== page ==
Q: Goldberg’s Famous Bagels sounds like a family business. Is it? Are you a Goldberg? A: Yes, it’s a family business. It’s not a franchise. But no, I’m not a Goldberg. I worked for the Goldberg family for the past seven years in the Southampton store with my buddy Micah, who got me the job. We were working for Mark Goldberg. Each location is owned and managed by a different member of the family, aunts, uncles, cousins, brothers and sisters.
And Mark Goldberg came to us and said I’m opening four stores, and I’m retiring in a few years, and so if you want a future in this you’re both going to take your own stores. Micah took Riverhead, and I took Mattituck.
Q: Is Mark the founder? Or is Goldberg’s Famous Bagels already two or three generations into being?
A: Mark is second generation; his father taught him. The first store was in 1949. Mark is a really great guy, he’s very loyal. We worked so hard for him for a long time, never questioned him, I think that’s why he gave us this opportunity.
Q: Goldberg’s has several locations, right? How standardized are the stores? Or they all really different?
A: Right now we’re in Riverhead, Mattituck, East Quogue, Southampton, East Hampton Montauk, Ammagansett, Bridgehampton and Napeague. We did have some stores out in NJ, I think he sold those.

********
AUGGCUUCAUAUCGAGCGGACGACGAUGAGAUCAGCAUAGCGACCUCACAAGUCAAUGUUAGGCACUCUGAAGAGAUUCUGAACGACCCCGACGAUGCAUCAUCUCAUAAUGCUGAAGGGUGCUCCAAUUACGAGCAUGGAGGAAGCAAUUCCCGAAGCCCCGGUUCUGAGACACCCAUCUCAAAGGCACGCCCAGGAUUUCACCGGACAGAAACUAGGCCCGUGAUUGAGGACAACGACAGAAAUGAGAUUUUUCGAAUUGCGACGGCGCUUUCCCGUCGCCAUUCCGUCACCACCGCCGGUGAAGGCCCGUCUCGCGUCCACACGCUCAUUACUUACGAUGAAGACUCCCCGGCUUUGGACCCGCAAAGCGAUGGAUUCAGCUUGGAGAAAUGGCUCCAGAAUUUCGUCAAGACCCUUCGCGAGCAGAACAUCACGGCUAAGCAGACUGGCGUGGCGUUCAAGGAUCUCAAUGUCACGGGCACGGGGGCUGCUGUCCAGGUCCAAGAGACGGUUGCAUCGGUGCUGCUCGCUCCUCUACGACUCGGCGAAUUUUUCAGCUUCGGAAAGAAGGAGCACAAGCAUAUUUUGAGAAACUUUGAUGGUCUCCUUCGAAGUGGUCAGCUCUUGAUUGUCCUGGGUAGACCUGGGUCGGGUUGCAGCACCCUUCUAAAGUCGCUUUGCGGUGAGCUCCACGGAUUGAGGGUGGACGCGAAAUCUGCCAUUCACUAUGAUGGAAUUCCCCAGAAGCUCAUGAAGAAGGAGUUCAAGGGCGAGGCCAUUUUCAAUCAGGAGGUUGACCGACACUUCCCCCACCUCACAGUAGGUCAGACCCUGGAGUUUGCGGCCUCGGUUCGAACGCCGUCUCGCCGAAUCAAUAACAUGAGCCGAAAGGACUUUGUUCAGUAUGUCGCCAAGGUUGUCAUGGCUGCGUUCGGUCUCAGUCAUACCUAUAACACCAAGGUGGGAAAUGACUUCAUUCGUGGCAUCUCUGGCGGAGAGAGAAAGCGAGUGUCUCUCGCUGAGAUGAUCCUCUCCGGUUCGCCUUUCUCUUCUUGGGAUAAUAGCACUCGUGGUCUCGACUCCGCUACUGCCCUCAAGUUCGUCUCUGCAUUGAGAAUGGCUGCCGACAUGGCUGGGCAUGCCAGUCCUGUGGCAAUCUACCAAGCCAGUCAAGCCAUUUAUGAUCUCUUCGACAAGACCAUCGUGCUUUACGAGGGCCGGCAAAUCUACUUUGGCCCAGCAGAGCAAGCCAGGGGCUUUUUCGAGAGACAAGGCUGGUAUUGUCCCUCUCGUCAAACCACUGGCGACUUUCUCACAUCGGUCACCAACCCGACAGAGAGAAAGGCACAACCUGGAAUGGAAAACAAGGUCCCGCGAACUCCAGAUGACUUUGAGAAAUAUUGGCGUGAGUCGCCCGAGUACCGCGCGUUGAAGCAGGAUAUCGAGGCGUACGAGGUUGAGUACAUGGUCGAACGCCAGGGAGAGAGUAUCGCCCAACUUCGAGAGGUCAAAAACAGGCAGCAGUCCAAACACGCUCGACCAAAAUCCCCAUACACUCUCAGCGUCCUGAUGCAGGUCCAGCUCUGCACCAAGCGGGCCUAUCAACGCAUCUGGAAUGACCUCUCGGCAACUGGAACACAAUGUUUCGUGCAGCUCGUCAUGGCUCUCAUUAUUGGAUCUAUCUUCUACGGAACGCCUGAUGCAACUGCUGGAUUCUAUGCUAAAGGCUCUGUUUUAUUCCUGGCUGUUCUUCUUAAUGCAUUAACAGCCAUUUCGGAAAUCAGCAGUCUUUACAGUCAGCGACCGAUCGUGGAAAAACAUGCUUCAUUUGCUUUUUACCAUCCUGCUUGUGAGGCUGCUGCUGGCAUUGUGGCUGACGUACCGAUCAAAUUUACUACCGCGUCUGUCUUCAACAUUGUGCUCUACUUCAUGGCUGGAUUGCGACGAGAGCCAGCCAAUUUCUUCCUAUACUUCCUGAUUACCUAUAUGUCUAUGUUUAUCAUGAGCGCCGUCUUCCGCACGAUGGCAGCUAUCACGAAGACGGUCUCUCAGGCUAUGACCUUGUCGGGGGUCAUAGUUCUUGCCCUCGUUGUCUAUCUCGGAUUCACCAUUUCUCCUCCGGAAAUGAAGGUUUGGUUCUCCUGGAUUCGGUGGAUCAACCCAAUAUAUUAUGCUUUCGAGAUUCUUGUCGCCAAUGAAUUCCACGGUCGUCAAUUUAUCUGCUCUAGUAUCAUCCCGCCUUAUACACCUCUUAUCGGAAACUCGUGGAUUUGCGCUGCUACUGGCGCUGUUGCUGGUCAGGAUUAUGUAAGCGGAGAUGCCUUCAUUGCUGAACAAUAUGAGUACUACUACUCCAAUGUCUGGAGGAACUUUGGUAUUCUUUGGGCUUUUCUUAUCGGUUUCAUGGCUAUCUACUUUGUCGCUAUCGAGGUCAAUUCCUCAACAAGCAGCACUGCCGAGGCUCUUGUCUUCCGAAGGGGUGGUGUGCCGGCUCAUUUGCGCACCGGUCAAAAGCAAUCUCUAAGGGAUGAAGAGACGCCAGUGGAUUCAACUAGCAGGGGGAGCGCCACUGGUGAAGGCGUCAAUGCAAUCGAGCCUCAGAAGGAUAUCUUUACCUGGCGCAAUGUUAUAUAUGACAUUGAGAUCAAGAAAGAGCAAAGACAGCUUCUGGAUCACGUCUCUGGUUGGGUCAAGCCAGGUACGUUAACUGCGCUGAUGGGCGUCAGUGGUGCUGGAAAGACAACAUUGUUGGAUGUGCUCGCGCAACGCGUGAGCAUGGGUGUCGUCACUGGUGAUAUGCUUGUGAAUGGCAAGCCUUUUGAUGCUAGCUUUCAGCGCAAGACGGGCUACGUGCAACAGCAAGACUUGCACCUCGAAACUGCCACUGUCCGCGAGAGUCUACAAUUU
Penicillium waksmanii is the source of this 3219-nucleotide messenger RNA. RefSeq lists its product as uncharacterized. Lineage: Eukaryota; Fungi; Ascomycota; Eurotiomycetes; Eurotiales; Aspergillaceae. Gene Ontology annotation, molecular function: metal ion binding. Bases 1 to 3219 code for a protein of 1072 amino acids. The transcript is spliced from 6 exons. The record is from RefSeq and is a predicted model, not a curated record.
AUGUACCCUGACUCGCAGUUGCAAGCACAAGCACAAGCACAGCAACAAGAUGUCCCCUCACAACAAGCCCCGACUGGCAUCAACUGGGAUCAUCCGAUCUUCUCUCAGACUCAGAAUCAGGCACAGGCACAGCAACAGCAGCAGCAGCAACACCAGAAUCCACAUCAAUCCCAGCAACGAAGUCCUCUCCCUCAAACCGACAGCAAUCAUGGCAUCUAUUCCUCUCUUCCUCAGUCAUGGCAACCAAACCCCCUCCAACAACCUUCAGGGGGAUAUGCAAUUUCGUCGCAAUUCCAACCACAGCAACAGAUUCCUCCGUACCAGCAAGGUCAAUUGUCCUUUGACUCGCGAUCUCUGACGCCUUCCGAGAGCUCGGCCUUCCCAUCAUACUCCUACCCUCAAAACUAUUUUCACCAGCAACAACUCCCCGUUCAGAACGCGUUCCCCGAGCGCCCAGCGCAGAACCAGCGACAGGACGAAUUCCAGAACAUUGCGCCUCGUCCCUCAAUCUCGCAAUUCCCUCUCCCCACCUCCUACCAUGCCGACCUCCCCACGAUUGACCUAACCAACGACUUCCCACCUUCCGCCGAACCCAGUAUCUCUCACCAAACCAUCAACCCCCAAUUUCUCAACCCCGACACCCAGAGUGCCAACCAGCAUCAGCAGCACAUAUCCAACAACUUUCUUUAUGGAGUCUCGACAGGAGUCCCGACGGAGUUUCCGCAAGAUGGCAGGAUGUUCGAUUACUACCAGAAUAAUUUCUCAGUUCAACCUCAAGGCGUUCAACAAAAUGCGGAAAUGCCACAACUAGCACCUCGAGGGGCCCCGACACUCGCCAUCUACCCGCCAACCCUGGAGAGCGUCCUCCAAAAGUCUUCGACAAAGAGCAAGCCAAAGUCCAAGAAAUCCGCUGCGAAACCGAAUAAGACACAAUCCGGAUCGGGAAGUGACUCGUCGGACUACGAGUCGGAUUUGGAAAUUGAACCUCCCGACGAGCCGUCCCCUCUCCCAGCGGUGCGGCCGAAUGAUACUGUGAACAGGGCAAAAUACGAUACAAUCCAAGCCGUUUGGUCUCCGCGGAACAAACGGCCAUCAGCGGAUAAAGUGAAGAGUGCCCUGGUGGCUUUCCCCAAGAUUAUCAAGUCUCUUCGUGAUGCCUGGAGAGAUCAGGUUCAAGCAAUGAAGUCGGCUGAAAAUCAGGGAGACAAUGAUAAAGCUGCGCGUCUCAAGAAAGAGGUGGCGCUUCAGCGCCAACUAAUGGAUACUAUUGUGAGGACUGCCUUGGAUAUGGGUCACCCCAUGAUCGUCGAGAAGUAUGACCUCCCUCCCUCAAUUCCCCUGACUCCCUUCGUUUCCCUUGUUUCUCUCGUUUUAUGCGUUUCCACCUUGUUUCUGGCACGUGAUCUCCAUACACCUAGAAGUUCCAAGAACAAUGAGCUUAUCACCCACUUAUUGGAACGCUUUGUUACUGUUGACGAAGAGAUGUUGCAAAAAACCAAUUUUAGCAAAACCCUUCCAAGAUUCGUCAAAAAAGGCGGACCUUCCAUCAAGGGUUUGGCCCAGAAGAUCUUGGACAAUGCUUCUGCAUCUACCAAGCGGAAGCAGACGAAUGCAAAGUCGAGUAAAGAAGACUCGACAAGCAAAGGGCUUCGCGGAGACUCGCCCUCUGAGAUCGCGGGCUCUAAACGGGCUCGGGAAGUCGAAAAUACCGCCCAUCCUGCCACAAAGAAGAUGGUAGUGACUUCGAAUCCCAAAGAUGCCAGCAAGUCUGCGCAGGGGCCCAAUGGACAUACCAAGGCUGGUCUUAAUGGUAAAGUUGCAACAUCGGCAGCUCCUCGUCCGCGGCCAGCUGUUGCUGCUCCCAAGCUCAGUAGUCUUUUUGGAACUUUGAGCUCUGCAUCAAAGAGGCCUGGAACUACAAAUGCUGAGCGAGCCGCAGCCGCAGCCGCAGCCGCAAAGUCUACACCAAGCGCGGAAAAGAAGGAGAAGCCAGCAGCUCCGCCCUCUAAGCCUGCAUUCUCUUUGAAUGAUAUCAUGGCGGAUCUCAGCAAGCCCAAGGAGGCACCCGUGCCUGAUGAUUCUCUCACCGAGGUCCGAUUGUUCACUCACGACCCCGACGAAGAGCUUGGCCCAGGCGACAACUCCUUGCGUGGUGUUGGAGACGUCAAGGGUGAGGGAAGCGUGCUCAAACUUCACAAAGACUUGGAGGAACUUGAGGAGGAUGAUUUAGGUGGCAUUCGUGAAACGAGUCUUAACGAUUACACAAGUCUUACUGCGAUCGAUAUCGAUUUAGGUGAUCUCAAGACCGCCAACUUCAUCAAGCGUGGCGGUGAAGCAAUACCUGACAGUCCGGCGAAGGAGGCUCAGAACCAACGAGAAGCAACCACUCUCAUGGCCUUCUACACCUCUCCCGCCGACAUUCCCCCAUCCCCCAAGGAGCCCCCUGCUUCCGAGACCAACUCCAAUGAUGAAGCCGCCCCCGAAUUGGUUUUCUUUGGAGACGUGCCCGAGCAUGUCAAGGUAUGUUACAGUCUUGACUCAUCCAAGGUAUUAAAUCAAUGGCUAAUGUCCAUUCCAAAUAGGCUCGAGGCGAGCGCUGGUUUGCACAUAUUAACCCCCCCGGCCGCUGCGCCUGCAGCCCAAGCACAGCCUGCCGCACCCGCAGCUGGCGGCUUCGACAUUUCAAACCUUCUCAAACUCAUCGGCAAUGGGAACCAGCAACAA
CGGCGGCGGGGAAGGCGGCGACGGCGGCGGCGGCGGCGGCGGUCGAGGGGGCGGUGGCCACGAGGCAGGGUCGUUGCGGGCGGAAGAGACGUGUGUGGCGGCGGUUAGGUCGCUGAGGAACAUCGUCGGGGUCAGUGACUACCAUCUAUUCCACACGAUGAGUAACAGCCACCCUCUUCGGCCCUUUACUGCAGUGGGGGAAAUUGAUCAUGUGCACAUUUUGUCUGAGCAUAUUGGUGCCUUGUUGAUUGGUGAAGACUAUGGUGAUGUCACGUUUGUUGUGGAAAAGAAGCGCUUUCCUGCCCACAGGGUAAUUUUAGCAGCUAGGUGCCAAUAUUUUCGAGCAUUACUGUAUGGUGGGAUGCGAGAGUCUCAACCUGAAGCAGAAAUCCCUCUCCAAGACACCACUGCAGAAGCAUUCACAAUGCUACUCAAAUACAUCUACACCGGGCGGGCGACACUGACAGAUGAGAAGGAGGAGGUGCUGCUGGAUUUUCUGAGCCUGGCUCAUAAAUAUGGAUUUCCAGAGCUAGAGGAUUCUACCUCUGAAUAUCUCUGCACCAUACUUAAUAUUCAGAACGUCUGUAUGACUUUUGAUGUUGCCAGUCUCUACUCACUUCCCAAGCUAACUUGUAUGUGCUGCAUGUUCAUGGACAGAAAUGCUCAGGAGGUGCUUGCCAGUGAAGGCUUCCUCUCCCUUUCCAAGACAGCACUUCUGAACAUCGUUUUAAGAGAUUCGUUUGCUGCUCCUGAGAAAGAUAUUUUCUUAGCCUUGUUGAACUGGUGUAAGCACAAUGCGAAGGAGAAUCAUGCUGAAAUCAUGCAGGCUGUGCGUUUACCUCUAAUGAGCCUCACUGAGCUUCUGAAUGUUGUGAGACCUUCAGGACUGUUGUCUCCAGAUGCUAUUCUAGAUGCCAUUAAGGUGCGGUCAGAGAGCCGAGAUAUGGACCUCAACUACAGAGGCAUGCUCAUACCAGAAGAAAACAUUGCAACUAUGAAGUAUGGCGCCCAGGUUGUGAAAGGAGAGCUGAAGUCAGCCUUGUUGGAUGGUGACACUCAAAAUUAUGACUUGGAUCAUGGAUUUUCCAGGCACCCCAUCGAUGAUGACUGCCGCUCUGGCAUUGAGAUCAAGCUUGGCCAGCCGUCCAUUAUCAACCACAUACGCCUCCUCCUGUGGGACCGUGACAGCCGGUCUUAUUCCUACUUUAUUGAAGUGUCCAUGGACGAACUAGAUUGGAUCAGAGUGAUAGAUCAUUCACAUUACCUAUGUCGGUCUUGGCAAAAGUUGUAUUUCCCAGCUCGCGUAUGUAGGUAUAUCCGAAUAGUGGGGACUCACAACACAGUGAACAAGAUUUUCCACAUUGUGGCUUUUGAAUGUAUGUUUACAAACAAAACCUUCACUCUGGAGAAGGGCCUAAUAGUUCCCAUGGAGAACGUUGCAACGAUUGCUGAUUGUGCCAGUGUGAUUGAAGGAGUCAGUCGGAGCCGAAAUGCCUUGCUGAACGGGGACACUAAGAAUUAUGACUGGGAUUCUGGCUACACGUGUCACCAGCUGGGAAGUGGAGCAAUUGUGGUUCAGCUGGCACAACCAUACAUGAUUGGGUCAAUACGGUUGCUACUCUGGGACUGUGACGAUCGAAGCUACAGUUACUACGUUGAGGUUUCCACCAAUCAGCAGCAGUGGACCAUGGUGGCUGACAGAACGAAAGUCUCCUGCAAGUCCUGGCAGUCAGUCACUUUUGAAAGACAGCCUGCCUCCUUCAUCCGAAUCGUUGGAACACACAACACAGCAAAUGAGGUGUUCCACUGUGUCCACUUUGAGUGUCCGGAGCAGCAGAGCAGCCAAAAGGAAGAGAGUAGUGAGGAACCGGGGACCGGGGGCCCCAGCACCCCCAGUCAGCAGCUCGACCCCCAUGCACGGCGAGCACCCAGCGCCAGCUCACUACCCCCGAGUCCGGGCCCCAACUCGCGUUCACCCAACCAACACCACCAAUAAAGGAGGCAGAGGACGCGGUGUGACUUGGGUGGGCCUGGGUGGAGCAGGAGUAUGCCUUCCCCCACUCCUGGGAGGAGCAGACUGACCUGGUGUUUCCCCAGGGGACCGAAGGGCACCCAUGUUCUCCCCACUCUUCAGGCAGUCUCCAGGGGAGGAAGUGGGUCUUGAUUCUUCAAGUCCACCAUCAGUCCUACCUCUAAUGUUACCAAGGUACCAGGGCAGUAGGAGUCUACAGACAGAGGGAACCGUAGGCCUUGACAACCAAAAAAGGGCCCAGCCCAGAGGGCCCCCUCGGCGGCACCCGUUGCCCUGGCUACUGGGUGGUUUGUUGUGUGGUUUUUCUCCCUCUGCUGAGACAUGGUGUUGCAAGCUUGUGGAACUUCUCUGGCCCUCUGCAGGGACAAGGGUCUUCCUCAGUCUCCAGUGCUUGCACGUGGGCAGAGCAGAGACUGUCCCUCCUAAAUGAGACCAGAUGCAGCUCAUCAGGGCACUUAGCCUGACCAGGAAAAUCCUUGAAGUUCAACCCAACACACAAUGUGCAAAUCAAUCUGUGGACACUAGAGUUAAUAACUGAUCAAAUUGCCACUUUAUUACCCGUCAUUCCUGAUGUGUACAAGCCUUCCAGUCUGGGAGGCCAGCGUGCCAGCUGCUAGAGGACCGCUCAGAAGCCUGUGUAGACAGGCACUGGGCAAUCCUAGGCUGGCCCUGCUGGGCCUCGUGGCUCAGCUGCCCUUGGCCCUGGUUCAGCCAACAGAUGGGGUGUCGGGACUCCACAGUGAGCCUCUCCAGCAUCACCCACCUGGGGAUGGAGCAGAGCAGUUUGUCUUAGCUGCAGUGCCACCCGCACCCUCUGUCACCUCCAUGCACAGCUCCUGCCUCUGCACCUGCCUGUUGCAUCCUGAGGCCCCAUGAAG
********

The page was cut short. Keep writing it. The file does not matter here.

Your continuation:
The same standards and principles are taught at each location, but each location is run by different family members, aunts, uncles, cousins. Each store has a different family member in it.
Q: Mattituck is Goldberg’s first North Fork spot. Do you like being here?
A: I’m really glad I got Mattituck. The Mattituck people are great. They remind me of the people in the small town I grew up in upstate. Generous and polite. Really great people on the North Fork.
Q: What’s the secret of Goldberg’s Famous Bagels? They really are something special.
A: Other than how much care we put into our product, there’s no secrets. It’s just a deep commitment to quality.
There’s a very intricate process that goes on behind the scenes. We use the best ingredients, we don’t go cheap. If there’s a secret, that’s it.
Q: What do you like about the bagel business?
A: I’m a people person, I like making friendships with all kinds of people. I’ve gotten to see kids grow up as they kept coming through the store. I’ve developed multiple long-term relationships with people I met through the deli.
Q: Do you have a favorite bagel?
A: I like the onions and the cinnamon. I’d say the French toast bagel but I’m allergic to it. We sell a ton of the French toast bagels.
Q: You’re a bagel store, but you’ve got a lot of other products too; any special signature ones?
A: A couple cool custom things we do, we make homemade pretzels—a cinnamon sugar one, a butter and salt one, using our bagel dough. The kids love them.
Also, we make bagel heros. We make an 18” or a 24” bagel sub, and at every party it’s always the talk of the party. And it’s much easier to transport than the really long heroes. A 24” bagel sub serves about 30 people, because it’s 2 feet all around.